Cutting Kid Clutter

Kid clutter can be such a problem because kids’ toys, books, stuffed animals and plastic do-dads seem to accumulate overnight.  

And it’s no surprise that kid clutter can be overwhelming because of the sheer quantity of it!

Plus kid clutter is unique in that there are so many random pieces and parts that aren’t usually related to each other.  So putting like with like is hard, making it hard to organize everything.

Kid Organizing Strategies

Strategies for culling kid clutter include having ninja like stealthiness and whisking away some of the junkier stuff (Hello, fast food toys!) or taking the time to teach your kids how to make decisions on what to keep.  

I usually choose the latter when working with kids.  

It might be easier to make the decisions for them and pitch it all, but they would be missing out on an opportunity to learn an important life skill.

If you’ve been following me for long, you know about my belief that our society teaches us very well to consume and accumulate stuff, but a horrible job teaching us how to make decisions on how to part with that same stuff when it is time.  

If kids don’t learn how to make decisions on how to deal with their stuff, they will be dysfunctional and disorganized adults and it will spill over into other parts of their lives outside of a messy home.

So how do you teach kids this life skill, especially if it is not a well developed skill that you personally possess?


 Just like anything else, the more often you practice the strategies, the easier it will be.  Make it part of the routine.

Around birthdays and other holidays, where gifts are anticipated, work with your kids to get rid of things they are done with or no longer want before the deluge of new stuff comes through the door.  

Or make it part of a weekly room cleaning routine.  

The worst thing about kid clutter is that it takes over really quickly, so keep this in mind when setting a routine.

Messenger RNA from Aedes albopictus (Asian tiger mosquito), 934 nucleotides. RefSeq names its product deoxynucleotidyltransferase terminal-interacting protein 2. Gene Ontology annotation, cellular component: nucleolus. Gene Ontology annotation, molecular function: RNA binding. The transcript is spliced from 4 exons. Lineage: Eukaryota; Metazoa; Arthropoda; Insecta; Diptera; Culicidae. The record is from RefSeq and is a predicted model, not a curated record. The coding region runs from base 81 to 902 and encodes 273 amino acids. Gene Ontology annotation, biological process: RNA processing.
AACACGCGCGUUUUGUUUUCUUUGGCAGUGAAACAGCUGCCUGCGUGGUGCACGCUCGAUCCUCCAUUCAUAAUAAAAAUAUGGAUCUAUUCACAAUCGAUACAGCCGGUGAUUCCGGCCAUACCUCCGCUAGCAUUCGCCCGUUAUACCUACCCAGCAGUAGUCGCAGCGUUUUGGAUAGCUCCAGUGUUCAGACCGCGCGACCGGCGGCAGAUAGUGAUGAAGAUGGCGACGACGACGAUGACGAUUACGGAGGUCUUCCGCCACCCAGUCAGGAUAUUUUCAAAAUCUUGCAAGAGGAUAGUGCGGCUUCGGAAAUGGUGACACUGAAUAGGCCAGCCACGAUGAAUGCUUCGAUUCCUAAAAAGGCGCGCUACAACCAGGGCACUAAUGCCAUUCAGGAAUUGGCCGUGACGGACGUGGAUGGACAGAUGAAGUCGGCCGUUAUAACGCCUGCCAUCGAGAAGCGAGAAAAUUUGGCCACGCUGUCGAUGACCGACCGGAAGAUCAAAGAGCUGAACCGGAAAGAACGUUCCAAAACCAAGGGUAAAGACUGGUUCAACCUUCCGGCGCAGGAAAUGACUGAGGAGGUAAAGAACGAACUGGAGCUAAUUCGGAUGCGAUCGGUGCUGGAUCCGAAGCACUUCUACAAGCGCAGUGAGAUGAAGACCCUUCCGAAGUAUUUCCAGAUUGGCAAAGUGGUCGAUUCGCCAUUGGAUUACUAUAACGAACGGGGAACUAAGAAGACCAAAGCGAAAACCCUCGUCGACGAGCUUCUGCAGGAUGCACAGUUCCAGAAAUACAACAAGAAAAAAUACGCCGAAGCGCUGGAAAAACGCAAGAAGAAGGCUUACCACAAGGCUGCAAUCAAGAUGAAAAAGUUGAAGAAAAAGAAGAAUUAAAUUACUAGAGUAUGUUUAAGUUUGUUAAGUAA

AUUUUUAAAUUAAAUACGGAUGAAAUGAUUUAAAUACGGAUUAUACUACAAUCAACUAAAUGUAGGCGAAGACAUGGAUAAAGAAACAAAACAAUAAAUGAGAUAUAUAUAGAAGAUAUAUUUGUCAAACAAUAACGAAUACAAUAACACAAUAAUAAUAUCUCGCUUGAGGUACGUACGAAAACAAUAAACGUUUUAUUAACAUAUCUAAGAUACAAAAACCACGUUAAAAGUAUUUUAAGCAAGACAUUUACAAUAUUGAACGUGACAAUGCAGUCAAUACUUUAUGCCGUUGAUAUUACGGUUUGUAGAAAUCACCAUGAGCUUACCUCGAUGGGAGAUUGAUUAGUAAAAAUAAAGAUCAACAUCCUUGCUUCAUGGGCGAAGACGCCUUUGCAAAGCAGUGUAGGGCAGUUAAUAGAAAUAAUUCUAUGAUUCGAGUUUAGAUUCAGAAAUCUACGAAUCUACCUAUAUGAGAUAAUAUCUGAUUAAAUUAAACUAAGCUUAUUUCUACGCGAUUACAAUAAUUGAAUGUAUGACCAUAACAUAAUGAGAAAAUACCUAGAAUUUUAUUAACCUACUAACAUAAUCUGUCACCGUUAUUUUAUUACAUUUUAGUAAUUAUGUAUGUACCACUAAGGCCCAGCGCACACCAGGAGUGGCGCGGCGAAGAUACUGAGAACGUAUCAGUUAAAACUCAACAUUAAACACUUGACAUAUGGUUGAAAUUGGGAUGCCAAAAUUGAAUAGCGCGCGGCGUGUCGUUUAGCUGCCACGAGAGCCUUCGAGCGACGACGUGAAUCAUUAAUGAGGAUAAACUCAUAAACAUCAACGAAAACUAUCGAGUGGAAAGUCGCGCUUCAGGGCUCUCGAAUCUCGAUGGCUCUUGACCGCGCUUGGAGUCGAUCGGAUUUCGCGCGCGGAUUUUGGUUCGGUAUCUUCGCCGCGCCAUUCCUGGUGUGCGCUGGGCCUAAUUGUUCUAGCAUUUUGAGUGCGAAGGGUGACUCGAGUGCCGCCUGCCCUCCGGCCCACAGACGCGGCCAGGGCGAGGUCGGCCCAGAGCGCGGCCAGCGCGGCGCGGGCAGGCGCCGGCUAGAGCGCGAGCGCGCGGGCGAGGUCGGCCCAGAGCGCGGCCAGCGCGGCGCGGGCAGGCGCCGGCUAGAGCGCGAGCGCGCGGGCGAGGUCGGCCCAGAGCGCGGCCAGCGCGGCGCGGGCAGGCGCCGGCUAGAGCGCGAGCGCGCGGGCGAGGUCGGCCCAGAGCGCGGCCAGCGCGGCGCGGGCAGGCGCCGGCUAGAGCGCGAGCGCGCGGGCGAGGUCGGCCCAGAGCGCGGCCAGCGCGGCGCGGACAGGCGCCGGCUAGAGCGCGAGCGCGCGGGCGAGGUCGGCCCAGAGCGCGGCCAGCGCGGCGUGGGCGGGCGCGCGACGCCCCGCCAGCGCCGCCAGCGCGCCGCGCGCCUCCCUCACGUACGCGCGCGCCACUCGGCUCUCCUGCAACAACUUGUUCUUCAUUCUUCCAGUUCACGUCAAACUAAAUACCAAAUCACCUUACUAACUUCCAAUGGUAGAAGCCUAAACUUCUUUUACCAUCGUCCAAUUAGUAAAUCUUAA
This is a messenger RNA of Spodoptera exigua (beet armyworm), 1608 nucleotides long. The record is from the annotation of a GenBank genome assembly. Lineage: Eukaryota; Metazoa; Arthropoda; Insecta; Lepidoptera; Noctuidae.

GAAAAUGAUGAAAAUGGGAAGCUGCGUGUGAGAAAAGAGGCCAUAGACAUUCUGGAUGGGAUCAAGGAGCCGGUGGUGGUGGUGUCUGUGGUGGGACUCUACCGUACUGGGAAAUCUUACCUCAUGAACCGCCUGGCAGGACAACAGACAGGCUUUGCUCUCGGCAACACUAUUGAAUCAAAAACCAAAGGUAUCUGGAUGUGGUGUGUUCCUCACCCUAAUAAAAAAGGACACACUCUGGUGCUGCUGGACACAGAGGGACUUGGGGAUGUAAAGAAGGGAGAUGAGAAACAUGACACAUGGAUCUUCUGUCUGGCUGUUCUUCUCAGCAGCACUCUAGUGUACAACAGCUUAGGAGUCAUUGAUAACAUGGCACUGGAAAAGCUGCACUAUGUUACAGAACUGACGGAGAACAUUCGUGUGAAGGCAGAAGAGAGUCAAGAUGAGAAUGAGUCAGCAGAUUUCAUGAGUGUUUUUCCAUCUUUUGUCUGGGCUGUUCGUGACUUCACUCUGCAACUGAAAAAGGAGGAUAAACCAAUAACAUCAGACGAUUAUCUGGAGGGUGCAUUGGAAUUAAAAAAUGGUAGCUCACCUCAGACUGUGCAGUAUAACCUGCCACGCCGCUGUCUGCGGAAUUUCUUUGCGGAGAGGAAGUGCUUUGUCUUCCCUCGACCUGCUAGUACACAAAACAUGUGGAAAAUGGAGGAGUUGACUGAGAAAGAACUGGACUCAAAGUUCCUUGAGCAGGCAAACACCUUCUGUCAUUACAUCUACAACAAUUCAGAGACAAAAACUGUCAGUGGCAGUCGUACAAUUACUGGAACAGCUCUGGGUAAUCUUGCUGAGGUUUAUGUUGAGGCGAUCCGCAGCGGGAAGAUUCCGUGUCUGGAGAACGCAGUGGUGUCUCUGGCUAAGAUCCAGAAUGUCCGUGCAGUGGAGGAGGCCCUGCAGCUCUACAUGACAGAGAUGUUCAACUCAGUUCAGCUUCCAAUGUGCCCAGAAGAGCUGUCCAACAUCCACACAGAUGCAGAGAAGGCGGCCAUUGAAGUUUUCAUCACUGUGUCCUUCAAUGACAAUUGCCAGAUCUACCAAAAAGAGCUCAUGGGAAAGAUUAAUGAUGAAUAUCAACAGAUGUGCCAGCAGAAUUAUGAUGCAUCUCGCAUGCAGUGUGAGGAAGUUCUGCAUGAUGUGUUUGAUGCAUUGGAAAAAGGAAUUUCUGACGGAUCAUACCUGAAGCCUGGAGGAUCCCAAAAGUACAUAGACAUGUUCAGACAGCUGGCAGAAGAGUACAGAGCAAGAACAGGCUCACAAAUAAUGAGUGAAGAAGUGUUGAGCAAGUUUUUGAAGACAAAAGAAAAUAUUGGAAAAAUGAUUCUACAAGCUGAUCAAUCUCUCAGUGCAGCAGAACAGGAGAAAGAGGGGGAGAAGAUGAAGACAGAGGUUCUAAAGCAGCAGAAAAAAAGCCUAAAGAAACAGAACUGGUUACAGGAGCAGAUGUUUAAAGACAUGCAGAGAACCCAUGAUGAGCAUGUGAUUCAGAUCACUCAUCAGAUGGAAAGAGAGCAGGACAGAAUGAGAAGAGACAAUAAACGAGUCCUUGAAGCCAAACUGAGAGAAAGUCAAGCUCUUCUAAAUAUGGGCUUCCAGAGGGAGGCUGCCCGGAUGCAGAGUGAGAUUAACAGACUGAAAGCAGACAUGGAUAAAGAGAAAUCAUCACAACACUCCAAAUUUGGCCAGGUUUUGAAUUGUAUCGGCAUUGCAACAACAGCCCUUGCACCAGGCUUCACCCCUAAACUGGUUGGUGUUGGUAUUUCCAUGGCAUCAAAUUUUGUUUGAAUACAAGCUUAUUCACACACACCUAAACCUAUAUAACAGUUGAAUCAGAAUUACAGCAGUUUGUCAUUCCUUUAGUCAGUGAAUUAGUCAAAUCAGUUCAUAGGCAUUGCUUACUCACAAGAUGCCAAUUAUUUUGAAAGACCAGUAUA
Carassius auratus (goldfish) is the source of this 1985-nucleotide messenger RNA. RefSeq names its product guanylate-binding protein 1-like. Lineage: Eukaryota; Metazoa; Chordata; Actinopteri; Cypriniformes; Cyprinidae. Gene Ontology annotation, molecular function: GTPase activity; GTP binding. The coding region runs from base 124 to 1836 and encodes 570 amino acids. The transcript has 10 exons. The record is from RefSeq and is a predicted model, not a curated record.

Keep at decluttering on the regular.

Questions to ask

How to make the decision of what to keep versus what to let go of?  

Go for the low hanging fruit!

Pitch anything: 

  • Broken
  • Nearly broken or falling apart
  • Missing pieces that make play difficult or impossible
  • Items they your kids are too old for (if your kiddo is playing with the regular Legos, perhaps it is time to put the Duplos away?)
  • Items your kids are done with – if the box it came in remains the most engaging part of play, let go of that toy!


Give ’em a challenge

Challenge your kids to quickly pick five things they are ready to let go of.  

The items have to leave your house and cannot be given to a sibling.  

My oldest always tried to get away with not letting go of anything by giving it to his younger brother.  

While it is nice to share, that doesn’t count!  

Keep challenging them to let go of additional items, but don’t push your luck and ask for too much!

Kids respond really well to games, so do your best to turn the decluttering experience into a game!

After Decluttering

Once some of the clutter has been cleared, you can organize the remaining belongings just as you would anything else.  

Sort like with like, containerize and then label!

Over to you!

How do you deal with kid clutter?

 Let’s chat in the comments below.

Kid clutter solution

I love these printable toy organizing labels.

They help bring the random clutter into order pretty quickly.

The labels have both words and pictures, so they’re perfect for pre-readers!

This post focuses primarily on cutting kid clutter mostly of the toy variety, but I have other solutions to bring other types of kid clutter under control too!

If your child’s room is overrun with nothing either too big or too small that you’re saving for when they can fit into the clothing or for the next kid, then check out this kit!

Inside you’ll find a simple system for bringing order to the clothing situation in a snap!

Kid clutter also comes in the form of papers and memory items. Corral everything into one system with this kit!

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